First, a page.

This isn’t something that’s ever said outright, but it’s certainly implied in a lot of circles. It’s also dead wrong. With the exception of mild intermittent asthmatics, the equation for asthma control is often complex and multivariable. Sometimes you have triggers that only trigger you in combination with something else (dogs, which must be wet to trigger me… Clean dry dogs don’t trigger me, or at least they don’t trigger me so badly that I notice it), or certain conditions that will worsen the effects of other triggers but won’t trigger you on their own (stress and humidity for me). Complicating matters is that more than one thing can be triggering you (cats, dust and summer pollen, last year), and removing one of those things may not make a difference in your perceived level of control so you won’t realize that they trigger you until you try removing all of them at once, and even then sometimes it takes a while for that to kick in. Sometimes, things you do to control your asthma can be at odds with each other (avoiding dust and needing to clean, for example). So on and so forth. Asthma control is complex, confusing, and downright frustrating at times. But, and here’s the big thing, it’s usually possible.
5: “You don’t have to make sacrifices for your asthma.”
BULLSHIT. Plain and simple. I gave up my cats. I gave up riding horses. I gave up taking in hay. Those are sacrifices. Some people give up foods they enjoy or take up activities they don’t like but know they have to do to improve their health. Those are sacrifices. And they’re necessary in a lot of cases. Hell, even committing the time to keep track of symptoms and inhaler use is a sacrifice (albeit a minor one). Committing money to medication instead of to movies, extra food, gym membership, or whetever is a sacrifice (and a big one when you’re living on a student’s budget like me!). And, as with the limitations above, I judge every sacrifice I’ve made to be minor in comparison to the effects that continued uncontrolled asthma with the severity I was dealing with would have had on my life. What sacrifices to make are up to each individual asthma patient (or family).
6: “Most children outgrow their asthma.”
This is, bar none, the single, most harmful asthma myth I’ve ever come up against. Period. I’ve experienced first-hand the difficulty that it can cause a “recovered” asthmatic when their asthma worsens, especially if your physician(s) buy into it as well and don’t check you for asthma when you suddenly start having symptoms of uncontrolled asthma. It is directly responsible for 1) my ignorance that the pain and discomfort I was having on exercise during my teenage years was my asthma returning, 2) my ignorance that taking a month or two to recover from a cold is not normal and could be my asthma returning in early university, 3) my ignorance that not being able to keep up with my peers despite being fitter than them in terms of amount of physical activity was probably my asthma 4) my ignorance that normal people don’t have random coughing fits, and that it was probably my asthma, and 5) the decompensation and resulting nearly-a-year of very bad, uncontrolled asthma I had starting in the last term of my final year of university, and all the academic and social consequences of that. It couldn’t be asthma! I “outgrew” that!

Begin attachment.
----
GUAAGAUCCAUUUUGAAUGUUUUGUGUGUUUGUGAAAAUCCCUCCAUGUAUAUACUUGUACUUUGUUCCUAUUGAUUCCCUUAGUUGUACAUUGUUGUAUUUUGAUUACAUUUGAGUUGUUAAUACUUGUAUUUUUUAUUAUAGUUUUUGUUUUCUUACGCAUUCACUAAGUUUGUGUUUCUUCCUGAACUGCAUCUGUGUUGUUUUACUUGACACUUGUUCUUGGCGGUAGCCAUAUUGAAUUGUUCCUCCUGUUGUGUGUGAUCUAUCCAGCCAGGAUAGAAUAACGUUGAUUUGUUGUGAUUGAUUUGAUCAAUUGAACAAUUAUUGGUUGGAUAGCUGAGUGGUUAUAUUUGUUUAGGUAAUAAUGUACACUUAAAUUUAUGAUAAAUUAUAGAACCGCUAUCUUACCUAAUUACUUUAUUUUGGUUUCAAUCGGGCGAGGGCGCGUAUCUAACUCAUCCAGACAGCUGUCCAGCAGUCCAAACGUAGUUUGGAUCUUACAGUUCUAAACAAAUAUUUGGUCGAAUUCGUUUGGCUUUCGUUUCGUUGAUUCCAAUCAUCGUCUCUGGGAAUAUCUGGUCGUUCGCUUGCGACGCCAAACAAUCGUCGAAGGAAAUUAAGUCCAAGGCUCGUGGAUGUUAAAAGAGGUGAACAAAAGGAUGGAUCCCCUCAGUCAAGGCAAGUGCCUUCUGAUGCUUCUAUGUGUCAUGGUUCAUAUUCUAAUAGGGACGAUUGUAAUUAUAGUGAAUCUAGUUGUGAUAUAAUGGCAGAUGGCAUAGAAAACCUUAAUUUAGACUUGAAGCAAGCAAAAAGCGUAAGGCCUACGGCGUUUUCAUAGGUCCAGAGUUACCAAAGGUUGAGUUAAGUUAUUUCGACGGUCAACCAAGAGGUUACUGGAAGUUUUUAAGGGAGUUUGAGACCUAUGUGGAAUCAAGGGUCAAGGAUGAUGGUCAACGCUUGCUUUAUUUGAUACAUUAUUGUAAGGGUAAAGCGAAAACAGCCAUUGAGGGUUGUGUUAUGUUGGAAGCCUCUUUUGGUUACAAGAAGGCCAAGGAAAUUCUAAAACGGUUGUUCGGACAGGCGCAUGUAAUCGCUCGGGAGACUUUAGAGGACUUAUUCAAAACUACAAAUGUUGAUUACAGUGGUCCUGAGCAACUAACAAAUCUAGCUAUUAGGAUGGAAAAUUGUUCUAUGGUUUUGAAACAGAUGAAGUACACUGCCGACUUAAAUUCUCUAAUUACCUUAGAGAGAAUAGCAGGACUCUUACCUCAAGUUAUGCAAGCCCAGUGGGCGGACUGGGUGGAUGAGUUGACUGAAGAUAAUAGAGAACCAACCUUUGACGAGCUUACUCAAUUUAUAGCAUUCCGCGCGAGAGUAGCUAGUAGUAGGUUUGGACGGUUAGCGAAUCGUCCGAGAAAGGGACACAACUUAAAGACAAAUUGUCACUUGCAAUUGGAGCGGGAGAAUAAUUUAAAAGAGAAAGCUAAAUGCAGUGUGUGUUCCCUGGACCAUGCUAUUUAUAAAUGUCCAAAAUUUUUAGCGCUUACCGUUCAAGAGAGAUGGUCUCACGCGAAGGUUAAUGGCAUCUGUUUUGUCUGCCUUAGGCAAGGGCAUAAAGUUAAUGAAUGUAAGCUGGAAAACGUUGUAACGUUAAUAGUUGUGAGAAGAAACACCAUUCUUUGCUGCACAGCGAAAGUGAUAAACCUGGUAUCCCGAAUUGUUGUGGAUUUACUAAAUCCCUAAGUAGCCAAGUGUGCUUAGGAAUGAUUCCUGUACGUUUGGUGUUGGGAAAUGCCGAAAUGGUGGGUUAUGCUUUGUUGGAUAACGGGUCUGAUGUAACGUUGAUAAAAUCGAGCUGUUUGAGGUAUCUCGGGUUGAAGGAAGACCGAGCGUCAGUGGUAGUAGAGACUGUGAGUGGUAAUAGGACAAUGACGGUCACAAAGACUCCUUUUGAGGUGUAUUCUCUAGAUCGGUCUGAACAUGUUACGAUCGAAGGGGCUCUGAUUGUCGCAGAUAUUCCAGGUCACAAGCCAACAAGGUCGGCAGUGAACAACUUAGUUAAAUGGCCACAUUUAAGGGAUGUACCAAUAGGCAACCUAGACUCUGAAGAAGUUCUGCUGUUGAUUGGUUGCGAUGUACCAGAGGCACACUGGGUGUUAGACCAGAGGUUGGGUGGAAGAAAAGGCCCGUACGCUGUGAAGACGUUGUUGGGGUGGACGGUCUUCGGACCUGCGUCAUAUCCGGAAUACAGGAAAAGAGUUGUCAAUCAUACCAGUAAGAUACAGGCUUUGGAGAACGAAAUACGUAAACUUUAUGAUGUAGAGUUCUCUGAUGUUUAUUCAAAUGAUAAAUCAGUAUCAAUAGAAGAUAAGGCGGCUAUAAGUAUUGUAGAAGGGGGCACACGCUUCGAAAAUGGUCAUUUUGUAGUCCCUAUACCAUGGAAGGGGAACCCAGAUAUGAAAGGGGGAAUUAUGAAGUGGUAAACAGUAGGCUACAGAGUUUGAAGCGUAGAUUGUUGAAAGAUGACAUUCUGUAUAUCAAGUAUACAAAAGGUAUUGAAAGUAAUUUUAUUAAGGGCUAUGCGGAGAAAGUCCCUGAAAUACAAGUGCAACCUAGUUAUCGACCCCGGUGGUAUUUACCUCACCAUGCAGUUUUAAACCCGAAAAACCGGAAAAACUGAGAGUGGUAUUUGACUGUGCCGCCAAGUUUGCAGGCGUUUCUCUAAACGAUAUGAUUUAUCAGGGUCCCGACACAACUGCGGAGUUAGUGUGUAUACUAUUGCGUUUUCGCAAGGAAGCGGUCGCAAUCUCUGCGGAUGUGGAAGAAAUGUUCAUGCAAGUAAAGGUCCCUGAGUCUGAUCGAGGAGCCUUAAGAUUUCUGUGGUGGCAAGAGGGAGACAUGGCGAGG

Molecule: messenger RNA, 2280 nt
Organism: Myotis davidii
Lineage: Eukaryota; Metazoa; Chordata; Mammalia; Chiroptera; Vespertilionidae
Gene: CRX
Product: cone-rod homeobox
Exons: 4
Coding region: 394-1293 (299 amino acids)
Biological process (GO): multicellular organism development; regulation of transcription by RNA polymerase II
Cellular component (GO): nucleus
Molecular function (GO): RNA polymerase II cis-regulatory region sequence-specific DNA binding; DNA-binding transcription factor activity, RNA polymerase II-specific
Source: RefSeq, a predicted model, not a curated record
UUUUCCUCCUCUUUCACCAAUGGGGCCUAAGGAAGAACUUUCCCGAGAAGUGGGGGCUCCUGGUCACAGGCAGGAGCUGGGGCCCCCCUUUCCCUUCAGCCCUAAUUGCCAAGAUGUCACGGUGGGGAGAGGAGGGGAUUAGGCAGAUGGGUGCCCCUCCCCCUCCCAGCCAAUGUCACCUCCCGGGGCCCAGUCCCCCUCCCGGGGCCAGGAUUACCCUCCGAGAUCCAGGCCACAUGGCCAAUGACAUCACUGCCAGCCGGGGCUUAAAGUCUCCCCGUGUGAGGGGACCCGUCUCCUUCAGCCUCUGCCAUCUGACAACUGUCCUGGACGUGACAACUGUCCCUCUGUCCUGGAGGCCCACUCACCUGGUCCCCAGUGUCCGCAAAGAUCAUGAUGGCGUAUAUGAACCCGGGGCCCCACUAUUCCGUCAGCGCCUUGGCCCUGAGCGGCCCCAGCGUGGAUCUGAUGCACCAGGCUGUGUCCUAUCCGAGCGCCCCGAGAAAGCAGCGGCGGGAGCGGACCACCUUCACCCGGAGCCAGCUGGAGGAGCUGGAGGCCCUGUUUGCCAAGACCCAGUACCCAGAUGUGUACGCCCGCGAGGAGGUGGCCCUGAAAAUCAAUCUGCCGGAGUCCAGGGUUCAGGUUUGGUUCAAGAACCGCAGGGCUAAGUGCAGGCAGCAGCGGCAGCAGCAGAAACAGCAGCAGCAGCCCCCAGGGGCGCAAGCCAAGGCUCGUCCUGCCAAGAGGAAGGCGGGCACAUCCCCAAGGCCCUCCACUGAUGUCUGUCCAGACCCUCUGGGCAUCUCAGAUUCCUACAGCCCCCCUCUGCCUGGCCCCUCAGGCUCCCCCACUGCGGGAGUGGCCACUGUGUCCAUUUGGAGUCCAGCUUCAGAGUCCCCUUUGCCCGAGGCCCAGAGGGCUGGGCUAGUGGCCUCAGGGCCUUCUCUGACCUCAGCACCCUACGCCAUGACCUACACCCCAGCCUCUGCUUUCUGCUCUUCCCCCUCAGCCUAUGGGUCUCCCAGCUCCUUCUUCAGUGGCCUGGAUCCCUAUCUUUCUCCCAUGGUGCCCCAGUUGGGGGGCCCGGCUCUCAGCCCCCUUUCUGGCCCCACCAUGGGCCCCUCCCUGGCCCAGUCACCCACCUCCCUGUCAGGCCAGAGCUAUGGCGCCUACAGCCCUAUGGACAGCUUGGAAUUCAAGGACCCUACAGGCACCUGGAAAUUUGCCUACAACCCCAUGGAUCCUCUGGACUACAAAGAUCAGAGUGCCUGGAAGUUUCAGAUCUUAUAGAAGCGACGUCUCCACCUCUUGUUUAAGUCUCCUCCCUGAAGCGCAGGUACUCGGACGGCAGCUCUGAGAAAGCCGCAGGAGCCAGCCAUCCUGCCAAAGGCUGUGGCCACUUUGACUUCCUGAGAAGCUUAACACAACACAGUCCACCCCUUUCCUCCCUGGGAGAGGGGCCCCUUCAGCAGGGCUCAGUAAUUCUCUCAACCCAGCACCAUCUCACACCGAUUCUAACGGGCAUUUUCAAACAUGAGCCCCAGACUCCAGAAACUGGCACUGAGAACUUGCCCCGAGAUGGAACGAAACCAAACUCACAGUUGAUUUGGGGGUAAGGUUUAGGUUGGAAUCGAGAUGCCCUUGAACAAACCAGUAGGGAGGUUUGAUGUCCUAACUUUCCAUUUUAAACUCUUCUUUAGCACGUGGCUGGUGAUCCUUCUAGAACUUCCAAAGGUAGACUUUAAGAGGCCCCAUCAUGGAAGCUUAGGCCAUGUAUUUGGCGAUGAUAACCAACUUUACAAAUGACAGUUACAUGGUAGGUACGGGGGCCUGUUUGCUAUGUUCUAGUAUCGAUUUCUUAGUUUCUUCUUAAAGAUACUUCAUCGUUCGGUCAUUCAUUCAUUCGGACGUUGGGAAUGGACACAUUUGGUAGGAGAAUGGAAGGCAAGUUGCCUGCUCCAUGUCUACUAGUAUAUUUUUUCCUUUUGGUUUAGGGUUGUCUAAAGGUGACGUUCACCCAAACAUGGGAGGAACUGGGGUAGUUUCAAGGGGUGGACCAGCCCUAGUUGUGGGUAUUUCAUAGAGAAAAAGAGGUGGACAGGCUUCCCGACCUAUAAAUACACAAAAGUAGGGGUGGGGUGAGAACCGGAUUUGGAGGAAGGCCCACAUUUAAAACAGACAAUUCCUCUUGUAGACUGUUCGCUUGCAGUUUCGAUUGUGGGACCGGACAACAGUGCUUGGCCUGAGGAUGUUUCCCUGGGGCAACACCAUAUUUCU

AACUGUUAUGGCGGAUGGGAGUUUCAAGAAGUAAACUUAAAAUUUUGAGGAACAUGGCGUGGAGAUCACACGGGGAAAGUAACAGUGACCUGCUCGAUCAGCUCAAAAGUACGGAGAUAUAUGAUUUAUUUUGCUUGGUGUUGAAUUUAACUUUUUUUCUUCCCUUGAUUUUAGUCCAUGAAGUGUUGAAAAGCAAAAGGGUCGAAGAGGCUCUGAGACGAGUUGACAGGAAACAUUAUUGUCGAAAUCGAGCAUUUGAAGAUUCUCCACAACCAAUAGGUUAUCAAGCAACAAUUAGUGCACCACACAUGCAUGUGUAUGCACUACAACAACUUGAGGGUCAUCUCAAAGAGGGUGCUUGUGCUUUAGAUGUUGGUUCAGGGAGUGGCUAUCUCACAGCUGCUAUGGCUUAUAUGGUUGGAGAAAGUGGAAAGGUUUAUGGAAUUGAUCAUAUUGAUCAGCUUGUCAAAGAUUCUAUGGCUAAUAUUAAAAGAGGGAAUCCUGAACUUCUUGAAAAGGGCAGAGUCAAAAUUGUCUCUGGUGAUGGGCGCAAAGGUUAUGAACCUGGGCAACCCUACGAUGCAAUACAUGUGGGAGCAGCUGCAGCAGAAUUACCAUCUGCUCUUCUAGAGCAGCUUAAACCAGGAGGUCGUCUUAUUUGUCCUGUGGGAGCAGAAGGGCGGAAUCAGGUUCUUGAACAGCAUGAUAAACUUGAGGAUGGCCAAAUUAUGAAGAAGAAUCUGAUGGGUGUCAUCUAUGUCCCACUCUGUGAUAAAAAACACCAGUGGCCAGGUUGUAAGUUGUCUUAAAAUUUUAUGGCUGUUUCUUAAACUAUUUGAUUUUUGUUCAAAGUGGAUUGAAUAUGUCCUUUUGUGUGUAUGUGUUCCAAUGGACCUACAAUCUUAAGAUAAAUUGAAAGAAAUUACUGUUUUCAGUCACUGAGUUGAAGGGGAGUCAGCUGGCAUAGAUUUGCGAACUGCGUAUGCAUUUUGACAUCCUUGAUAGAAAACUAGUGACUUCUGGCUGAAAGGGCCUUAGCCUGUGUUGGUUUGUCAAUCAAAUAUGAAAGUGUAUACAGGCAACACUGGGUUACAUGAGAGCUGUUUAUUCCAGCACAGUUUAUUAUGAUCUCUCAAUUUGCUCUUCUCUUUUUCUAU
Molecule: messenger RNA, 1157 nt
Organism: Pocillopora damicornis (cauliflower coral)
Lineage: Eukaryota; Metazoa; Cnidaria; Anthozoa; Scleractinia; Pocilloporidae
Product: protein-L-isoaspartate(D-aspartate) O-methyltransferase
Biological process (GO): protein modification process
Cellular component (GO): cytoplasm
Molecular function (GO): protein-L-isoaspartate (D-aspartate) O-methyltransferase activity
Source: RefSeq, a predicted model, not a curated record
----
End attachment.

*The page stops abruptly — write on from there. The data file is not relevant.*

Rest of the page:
In actuality, roughly one in twenty kids with asthma outgrow it. It’s fairly common for kids’ asthma to change in severity, but very uncommon for them to truly outgrow it.
7: Asthma is all in your head.
Though this hasn’t been widely accepted by medical professionals in decades, it still holds a lot of stock with non-professionals. Fact is that, while anxiety, stress, depression, etc can trigger asthma, it’s not the root cause of asthma. The Asthma Society of Canada’s page, “What Is Asthma?” explains this disease much better than I can. But the fact is that asthma causes vary marked, measurable changes in your breathing, which are measured with things like peak flow meters and spirometers. An asthma attack is not an anxiety attack (although one may trigger the other in some people). It is not in your head. And it can be deadly.
As a final note, I hope nobody thinks for a moment that this is a negative post. I’m not calling for negativity. I’m calling for realism. Asthma is not all doom and gloom. I’ve learned a lot of important things because of my asthma, and I’ve matured a lot as a person (that’s a topic for one of my future posts, I guess), but that said, it’s not without struggle. It’s not “take your blue rescue inhaler and you’ll be fine.” It’s a challenge. It’s a battle. It’s an obstacle to be overcome.
It’s not the end of the world. But it’s not simple, easy, or quick to deal with, and stop making that impression for people. You’re not helping them. You’re just giving them false reassurance.